In 1961, the 23-year-old son of New York governor Nelson Rockefeller disappeared while traveling through New Guinea on an expedition to find art for his family’s Museum of Primitive Art. While his death was officially ruled a drowning, questions remain — and Carl Hoffman attempts to solve the 50-year-old mystery, delving into an investigation of the violent culture of the Asmat tribe. The New York Times calls the book a “taut thriller”, and it’s an apt description.

Lost in Shangri-La: A True Story of Survival, Adventure, and the Most Daring Rescue Mission of World War II by Mitchell Zuckoff (2012)

Lost in Shangri-La, one of the best nonfiction page-turners I’ve ever read, is unusual in that one of the heroic survivors is a woman. A plane is shot down over the cannibal-infested jungles of New Guinea, with only three survivors, all of whom are injured.

If you are a fan of antiquarian maps and books, not to mention true crime:

9781592409402The  Map Thief: The Gripping Story of an Esteemed Rare-Map Dealer Who Made Millions Stealing Priceless Maps by Michael Blanding (2015)

You rarely encounter a baffling title in narrative nonfiction. The subtitles almost always do a great job summarizing the book, although sometimes — as in this case — they sound a little unwieldy. (I think the reader should decide if the story is gripping, thank you.) The story is gripping, as promised in the subtitle, and interesting from a psychological point of view. What drove E. Forbes Smiley to destroy his career by becoming a thief?

The Professor and the Madman: A Tale of Murder, Insanity, and the Making of the Oxford English Dictionary by Simon Winchester (2005)

I’ll never get tired of recommending this book. Once again, the subtitle provides almost all the information you need to know before starting the book, but I’ll fill in the blanks by telling you that the “professor” is Dr. James Murray, editor of the Oxford English Dictionary, and the “madman” is Dr. William Minor, a Civil War veteran incarcerated in a mental hospital who is the dictionary’s most prolific contributor of definitions. The shocking ending of this book gives new meaning to the phrase “you can’t make this stuff up”.

If you are struggling to understand class and race, especially in relation to higher education:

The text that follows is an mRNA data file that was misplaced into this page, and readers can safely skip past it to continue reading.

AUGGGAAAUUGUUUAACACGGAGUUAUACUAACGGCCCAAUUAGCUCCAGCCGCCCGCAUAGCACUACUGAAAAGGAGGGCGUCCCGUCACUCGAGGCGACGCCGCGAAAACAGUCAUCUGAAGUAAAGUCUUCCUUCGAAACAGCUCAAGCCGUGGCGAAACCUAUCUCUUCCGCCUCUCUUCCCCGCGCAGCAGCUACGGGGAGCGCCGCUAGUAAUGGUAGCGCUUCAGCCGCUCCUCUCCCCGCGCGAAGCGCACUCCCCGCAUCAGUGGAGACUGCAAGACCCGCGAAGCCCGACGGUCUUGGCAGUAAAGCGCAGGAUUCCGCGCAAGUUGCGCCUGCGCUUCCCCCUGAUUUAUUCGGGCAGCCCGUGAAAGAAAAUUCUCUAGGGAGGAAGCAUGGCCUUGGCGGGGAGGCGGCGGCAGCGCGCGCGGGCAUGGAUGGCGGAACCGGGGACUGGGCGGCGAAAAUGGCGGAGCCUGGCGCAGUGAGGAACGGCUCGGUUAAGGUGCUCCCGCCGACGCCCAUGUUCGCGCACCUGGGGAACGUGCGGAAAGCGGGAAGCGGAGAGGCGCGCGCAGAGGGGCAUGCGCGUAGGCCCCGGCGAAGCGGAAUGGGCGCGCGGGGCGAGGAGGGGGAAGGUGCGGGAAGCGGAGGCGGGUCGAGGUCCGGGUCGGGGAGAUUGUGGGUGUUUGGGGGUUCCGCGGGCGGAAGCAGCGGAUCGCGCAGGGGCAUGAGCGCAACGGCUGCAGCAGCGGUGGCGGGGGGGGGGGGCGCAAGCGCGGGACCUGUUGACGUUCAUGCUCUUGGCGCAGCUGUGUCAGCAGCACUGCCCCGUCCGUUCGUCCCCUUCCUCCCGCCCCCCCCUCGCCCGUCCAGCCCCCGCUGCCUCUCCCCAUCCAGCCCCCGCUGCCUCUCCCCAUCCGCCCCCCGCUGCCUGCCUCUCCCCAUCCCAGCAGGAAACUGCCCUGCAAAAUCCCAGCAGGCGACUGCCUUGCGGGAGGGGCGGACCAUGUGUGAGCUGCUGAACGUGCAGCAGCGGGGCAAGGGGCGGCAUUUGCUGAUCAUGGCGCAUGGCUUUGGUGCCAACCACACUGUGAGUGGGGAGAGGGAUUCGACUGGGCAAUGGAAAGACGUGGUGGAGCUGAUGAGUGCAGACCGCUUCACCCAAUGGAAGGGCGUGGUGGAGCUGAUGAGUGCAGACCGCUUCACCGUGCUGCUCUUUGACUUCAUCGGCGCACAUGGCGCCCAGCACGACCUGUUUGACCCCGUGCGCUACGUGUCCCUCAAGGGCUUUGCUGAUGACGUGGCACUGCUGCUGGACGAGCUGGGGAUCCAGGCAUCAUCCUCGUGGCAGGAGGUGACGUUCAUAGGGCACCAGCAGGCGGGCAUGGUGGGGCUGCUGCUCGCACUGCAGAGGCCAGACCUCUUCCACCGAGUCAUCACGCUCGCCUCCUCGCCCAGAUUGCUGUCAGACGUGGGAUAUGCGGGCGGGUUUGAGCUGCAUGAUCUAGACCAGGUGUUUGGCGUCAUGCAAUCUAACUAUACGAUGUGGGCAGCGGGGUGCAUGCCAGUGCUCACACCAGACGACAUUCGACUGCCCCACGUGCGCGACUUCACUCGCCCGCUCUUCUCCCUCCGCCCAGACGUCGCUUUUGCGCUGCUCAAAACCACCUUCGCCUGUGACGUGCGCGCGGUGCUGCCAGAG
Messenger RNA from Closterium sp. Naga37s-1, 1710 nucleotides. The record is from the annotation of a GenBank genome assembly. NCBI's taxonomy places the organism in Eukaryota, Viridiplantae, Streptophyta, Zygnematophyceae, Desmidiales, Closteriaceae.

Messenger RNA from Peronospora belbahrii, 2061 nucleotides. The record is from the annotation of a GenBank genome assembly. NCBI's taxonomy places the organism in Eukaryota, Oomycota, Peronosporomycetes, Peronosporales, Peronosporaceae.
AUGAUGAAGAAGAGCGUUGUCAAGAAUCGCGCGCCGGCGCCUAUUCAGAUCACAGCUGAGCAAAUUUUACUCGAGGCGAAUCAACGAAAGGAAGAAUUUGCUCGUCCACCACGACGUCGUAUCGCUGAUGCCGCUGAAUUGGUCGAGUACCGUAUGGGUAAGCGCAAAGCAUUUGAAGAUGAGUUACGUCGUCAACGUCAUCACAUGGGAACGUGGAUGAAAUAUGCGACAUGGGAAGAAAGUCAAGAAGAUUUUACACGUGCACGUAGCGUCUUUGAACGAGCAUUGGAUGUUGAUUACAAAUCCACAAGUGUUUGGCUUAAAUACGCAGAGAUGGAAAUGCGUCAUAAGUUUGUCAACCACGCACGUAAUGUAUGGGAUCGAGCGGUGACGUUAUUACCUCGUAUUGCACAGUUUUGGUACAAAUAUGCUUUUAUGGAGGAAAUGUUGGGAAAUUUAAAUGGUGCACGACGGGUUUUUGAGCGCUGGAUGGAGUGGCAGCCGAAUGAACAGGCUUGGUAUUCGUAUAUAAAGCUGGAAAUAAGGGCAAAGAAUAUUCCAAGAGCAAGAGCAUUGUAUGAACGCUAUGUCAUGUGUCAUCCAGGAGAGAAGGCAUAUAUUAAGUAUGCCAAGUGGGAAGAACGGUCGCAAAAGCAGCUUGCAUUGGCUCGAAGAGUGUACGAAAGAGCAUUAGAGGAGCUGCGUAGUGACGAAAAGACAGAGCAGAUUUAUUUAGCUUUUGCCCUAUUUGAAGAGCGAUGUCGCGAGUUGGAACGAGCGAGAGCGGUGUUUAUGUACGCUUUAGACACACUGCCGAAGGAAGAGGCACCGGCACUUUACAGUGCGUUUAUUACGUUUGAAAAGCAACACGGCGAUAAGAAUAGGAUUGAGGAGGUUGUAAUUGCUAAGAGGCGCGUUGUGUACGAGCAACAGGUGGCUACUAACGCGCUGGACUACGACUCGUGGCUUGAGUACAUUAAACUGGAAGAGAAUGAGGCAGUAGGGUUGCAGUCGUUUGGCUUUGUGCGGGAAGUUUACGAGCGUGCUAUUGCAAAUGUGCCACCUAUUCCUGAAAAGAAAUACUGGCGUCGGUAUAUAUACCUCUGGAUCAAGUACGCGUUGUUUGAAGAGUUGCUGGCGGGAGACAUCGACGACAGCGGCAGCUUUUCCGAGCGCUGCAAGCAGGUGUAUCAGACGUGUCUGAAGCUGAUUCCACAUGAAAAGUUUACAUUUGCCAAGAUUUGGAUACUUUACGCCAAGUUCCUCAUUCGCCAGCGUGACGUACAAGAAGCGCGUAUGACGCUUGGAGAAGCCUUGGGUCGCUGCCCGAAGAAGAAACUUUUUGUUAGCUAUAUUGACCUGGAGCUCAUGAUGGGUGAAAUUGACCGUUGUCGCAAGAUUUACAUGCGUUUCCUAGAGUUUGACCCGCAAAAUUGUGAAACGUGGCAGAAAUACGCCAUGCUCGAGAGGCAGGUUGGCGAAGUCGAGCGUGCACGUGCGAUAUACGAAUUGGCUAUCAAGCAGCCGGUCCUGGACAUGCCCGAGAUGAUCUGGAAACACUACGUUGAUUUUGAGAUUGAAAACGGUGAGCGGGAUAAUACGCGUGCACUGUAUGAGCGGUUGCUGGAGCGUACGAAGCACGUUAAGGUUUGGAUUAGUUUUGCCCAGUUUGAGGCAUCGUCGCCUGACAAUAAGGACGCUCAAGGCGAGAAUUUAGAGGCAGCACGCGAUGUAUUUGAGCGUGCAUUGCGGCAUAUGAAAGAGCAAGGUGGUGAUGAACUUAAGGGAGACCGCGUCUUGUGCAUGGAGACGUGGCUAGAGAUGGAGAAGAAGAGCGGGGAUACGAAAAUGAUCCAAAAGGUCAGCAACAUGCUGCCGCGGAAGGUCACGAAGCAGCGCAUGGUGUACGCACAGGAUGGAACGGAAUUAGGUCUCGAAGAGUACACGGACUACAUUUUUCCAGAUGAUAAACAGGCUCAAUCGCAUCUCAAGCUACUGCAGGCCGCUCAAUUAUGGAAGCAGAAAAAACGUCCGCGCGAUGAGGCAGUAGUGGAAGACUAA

the-short-and-tragic-life-of-robert-peace-9781476731919_lgThe Short and Tragic Life of Robert Peace: A Brilliant Young Man Who Left Newark for the Ivy League by Jeff Hobbs (due in paperback 7/15)

Robert Peace, a 2002 graduate of Yale and a product of inner-city Newark, was murdered at age 30 in a drug-related shooting. Hobbs, who was Peace’s roommate in college and who remained a close friend after graduation, has written one of the most thought-provoking books I’ve read in a long time. Why did Peace, a brilliant young man with a promising career in scientific research, succumb to the drug trade? Hobbs thoroughly and thoughtfully examines Peace’s life in all its complexity and contradictions, with the help of Peace’s family, friends, colleagues, and teachers.

A Hope in the Unseen: An American Odyssey from the Inner City to the Ivy League by Ron Suskind (1999)

Pulitzer Prize winner Suskind follows teenager Cedric Jennings as he, with the help of his dedicated and hardworking mother, strives to succeed at a high school in one of the poorest neighborhoods in Washington, D.C. and later at Brown University.

If you love Shirley Jackson as much as I do:

9780143128045Life Among the Savages and Raising Demons by Shirley Jackson (reissue, 2015)

These gems from the 1950s have recently been reissued in paperback — I suspect because a collection of Jackson’s previously unpublished writings (Let Me Tell You)  is being published in August. The  humorous essays about family life in Raising Demons and Life Among the Savages are very different from the dark, sinister fiction for which Jackson is known.

What are your favorite nonfiction books?

I